When my first mystery, Taxed to Death, was published I was proud, but even more than that, I was relieved to have finally seen this book come to light. It had taken me years to write it and, as my mom said, “only three days to read”. My second mystery, Fatal Encryption, took almost as many years to write, although I have to say that with both books, I was also working on short stories, personal essays, and writing-related articles.
After all these years, I’m still not a prolific author. I wish I was, but I’m not. Below is the reason why. Can any of you relate?
On Friday, my day off from work, I had contractors working in our backyard, the furnace maintenance guy show up, school supply shopping, the kids’ passport photos done, chores, laundry, and a trip to the movies to see the latest Harry Potter installment. In between, I squeezed in some editing and reading.
Saturday was a Curves workout, a trip to the grocery store for last minute things for my mom’s BBQ later that day, plus dim sum with my hubby’s family mid-morning. Oh yes, there were bathrooms to clean too. Between each event, came a little more editing, social networking and about 15 minutes of reading at the end of the day before I crashed, exhausted.
Today—Sunday—I was up at 5:30 a.m. for work, where I squeezed in 10 minutes of reading before dashing out the door. I grabbed a chapter to take with me and spent a few minutes of editing on my first break. People were in the staff room on my second break, so I read for twenty minutes instead. Now I’m home and I have a little energy left. Notice that I haven’t done any cooking these past three days? That’s mainly thanks to my son who loves to cook and has plenty of time before he heads back to school.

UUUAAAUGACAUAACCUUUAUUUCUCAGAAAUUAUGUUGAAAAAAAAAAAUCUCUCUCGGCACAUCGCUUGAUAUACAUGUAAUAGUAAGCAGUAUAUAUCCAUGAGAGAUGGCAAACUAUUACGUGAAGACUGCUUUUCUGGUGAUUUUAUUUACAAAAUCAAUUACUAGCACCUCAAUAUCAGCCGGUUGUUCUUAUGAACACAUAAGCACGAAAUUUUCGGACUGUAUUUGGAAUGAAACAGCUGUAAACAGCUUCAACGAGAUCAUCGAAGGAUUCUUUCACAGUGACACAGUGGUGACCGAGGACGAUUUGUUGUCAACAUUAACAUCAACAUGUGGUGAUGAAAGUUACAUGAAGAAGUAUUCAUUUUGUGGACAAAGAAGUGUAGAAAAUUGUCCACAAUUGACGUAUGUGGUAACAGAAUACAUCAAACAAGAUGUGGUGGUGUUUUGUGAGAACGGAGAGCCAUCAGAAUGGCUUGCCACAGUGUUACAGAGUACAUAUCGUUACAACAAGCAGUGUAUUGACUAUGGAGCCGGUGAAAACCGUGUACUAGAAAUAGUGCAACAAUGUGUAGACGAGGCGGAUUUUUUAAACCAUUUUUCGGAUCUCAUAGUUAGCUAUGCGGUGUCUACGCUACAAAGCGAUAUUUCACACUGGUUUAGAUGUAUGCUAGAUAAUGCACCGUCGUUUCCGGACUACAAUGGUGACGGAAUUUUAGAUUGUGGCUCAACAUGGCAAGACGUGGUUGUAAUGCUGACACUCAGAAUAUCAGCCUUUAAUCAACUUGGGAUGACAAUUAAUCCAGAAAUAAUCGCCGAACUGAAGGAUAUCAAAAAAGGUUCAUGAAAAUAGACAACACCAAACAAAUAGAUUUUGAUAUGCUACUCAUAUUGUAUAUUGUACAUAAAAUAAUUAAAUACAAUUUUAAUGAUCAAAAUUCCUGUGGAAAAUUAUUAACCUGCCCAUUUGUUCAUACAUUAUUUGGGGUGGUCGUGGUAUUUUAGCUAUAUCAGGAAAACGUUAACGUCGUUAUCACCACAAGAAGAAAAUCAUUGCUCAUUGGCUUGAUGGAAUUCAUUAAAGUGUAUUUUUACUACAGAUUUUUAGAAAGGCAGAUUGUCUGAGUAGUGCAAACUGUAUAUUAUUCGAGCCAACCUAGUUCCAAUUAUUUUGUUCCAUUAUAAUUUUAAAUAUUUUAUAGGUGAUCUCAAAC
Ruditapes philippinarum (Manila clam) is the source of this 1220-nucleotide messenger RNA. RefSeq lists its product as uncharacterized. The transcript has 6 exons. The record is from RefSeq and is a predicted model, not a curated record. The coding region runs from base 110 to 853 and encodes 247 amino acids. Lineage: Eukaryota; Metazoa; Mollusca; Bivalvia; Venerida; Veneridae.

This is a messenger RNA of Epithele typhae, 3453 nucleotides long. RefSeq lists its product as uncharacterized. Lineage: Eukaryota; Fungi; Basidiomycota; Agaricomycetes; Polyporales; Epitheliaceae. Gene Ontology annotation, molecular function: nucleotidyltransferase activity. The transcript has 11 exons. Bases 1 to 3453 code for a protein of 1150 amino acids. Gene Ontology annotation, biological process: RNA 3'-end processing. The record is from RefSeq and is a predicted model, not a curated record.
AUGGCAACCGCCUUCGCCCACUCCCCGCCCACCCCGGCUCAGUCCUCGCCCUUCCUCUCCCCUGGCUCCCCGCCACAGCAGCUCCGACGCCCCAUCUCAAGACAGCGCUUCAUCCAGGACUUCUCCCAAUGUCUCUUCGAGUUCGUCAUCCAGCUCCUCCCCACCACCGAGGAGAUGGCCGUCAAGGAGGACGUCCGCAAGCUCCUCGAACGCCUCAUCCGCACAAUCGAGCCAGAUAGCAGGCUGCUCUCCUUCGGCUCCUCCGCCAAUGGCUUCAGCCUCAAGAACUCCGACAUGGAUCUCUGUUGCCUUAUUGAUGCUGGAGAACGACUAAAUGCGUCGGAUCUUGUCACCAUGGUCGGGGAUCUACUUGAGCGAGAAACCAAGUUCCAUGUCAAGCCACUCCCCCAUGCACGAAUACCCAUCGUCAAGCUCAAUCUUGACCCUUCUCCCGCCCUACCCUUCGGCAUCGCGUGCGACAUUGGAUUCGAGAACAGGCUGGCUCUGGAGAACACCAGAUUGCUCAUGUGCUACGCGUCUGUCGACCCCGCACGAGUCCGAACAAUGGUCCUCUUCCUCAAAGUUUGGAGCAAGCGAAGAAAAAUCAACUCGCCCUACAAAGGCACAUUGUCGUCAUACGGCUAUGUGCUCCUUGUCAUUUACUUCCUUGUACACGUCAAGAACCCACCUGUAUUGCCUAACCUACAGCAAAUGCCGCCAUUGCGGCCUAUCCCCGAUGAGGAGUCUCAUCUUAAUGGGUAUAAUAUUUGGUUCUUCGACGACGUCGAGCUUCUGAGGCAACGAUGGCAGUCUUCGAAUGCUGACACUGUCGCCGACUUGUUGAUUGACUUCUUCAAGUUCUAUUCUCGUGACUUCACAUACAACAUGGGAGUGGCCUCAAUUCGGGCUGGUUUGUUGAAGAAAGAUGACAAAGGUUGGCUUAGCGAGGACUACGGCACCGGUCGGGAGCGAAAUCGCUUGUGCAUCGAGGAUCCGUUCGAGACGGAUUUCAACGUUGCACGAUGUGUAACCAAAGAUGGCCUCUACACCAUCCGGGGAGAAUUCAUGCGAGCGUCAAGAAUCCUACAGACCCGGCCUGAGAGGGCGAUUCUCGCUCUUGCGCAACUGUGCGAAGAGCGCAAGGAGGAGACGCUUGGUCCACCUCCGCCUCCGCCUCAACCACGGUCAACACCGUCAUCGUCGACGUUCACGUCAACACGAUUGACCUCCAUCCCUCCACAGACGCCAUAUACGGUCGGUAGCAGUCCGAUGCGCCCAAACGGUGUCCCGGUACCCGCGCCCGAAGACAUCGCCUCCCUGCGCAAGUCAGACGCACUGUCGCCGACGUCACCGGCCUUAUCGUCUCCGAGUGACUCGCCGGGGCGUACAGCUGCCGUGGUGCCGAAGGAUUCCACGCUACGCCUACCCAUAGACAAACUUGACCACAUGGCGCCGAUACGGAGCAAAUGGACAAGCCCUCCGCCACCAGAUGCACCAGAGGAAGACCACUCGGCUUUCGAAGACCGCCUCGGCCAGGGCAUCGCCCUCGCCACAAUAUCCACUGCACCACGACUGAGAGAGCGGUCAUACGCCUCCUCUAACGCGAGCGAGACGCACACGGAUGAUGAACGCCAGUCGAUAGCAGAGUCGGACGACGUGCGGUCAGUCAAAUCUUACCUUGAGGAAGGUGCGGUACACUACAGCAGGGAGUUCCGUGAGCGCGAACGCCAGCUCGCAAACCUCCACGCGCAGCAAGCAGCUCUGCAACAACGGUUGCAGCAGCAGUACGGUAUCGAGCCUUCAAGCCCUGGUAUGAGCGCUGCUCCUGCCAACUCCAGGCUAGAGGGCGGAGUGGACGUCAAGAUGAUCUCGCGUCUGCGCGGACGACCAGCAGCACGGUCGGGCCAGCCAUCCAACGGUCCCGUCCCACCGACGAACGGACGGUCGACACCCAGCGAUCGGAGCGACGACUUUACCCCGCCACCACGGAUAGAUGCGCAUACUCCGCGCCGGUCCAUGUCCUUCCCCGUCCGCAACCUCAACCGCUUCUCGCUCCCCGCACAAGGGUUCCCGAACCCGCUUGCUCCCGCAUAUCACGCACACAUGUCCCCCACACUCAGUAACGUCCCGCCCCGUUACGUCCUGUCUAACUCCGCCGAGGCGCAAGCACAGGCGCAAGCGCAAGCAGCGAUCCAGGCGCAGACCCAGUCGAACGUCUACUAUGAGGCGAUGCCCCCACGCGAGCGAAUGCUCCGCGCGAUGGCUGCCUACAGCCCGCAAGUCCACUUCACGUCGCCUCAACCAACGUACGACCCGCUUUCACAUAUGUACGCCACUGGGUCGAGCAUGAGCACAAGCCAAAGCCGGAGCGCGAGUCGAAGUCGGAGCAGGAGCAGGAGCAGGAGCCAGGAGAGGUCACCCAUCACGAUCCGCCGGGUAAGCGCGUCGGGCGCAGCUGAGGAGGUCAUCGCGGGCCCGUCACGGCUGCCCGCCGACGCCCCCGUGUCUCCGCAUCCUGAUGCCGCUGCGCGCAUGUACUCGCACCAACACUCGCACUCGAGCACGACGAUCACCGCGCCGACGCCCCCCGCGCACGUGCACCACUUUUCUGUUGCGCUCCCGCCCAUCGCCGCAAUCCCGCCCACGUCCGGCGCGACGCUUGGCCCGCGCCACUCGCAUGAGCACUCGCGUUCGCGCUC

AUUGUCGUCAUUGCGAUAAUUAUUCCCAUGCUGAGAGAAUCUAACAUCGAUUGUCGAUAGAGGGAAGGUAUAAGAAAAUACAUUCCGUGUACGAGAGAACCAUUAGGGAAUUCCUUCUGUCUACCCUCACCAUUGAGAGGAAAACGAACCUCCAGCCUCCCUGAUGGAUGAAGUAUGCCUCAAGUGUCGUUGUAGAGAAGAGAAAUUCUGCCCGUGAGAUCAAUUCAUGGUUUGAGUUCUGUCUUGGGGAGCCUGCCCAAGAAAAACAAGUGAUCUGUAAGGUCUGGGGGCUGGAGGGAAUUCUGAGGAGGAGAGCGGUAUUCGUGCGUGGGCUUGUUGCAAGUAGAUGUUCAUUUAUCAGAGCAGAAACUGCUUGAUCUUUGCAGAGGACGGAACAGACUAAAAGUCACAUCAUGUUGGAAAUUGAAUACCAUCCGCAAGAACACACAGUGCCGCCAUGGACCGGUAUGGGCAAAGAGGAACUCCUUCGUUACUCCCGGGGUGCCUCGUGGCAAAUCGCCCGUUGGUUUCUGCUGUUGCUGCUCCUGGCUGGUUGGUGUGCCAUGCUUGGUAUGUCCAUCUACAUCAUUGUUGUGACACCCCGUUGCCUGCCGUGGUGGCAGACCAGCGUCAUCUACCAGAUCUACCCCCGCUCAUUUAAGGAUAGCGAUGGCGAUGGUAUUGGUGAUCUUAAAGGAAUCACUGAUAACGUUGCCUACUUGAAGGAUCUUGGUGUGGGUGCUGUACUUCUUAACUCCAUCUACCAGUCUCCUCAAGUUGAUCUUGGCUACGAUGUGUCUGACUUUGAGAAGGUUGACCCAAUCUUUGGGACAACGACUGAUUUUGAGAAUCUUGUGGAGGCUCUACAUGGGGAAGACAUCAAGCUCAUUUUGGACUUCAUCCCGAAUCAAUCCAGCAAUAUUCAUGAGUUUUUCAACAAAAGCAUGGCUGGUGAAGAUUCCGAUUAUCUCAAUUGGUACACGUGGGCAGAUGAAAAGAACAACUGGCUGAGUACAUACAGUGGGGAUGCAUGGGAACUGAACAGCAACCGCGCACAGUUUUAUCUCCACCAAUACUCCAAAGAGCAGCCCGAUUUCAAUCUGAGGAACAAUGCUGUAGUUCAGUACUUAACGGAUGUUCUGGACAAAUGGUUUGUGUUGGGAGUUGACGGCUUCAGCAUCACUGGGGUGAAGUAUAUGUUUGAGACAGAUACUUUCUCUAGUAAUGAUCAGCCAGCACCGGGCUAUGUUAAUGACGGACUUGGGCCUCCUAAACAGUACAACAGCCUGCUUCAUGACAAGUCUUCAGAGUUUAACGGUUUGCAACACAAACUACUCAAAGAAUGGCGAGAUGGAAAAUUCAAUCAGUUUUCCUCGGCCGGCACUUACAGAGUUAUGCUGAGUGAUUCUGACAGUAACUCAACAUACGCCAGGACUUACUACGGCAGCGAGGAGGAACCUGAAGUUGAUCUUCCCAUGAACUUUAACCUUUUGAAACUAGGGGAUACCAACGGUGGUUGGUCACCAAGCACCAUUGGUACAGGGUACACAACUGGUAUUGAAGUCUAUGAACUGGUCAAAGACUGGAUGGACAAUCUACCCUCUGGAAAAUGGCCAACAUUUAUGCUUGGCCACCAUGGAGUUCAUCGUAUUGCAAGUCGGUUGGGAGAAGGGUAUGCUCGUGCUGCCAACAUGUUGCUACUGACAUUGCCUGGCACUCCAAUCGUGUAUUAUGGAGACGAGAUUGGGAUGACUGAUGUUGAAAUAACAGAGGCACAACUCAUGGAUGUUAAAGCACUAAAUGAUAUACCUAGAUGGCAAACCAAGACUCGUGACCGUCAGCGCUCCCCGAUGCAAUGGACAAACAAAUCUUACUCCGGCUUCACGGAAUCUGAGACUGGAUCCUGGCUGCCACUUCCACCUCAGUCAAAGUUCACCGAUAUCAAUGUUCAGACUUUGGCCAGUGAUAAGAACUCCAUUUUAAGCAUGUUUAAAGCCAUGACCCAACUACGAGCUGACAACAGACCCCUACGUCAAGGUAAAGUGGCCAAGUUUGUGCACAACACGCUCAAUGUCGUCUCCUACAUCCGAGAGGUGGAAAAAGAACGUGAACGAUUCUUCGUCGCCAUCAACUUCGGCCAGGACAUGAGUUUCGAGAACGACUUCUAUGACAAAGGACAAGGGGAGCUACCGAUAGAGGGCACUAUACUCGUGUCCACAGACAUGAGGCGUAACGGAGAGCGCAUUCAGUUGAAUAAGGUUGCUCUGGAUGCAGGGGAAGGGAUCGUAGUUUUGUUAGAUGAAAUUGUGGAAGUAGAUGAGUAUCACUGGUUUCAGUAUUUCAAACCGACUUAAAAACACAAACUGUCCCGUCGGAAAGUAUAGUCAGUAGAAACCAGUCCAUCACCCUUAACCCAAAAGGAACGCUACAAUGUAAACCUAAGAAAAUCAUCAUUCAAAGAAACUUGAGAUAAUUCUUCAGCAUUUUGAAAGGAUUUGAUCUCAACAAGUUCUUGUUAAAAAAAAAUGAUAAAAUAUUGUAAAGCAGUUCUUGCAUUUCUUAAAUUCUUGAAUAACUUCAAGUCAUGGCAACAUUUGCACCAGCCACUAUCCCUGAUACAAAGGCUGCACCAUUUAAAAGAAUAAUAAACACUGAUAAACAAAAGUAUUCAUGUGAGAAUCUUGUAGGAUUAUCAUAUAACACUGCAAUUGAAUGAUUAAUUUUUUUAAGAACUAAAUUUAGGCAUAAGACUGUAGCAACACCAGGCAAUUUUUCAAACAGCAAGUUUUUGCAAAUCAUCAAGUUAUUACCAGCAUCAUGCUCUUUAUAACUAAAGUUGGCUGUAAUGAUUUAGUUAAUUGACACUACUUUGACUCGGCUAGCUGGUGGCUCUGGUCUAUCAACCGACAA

In the last three days, I’ve spent all of three hours of editing and another two hours of networking or other writing-related activities.
I was a big fan of James Clavell, but did you know that he had a researcher and a secretary to type his work? Many other famous authors have had this kind of help too. One reason for their output and consequent fame might be that they didn’t spend their time cleaning bathrooms, grocery shopping, doing laundry, and school supply shopping with their kids. And let’s not forget the day job.
My hat’s off to any writer who’s balancing jobs, with kids, with housekeeping, and still managing to write novels. If you’re doing all that and still producing a novel every two or three years, than you deserve a medal, made of solid gold, although I’m sure you’d prefer the publishing contracts.
To read excerpts of Fatal Encryption and Taxed to Death, visit http://www.debrapurdykong.com/.
Fatal Encryption is available through amazon.com at http://tinyurl.com/ddzsxl and Taxed to Death can be found at http://tinyurl.com/czsy5n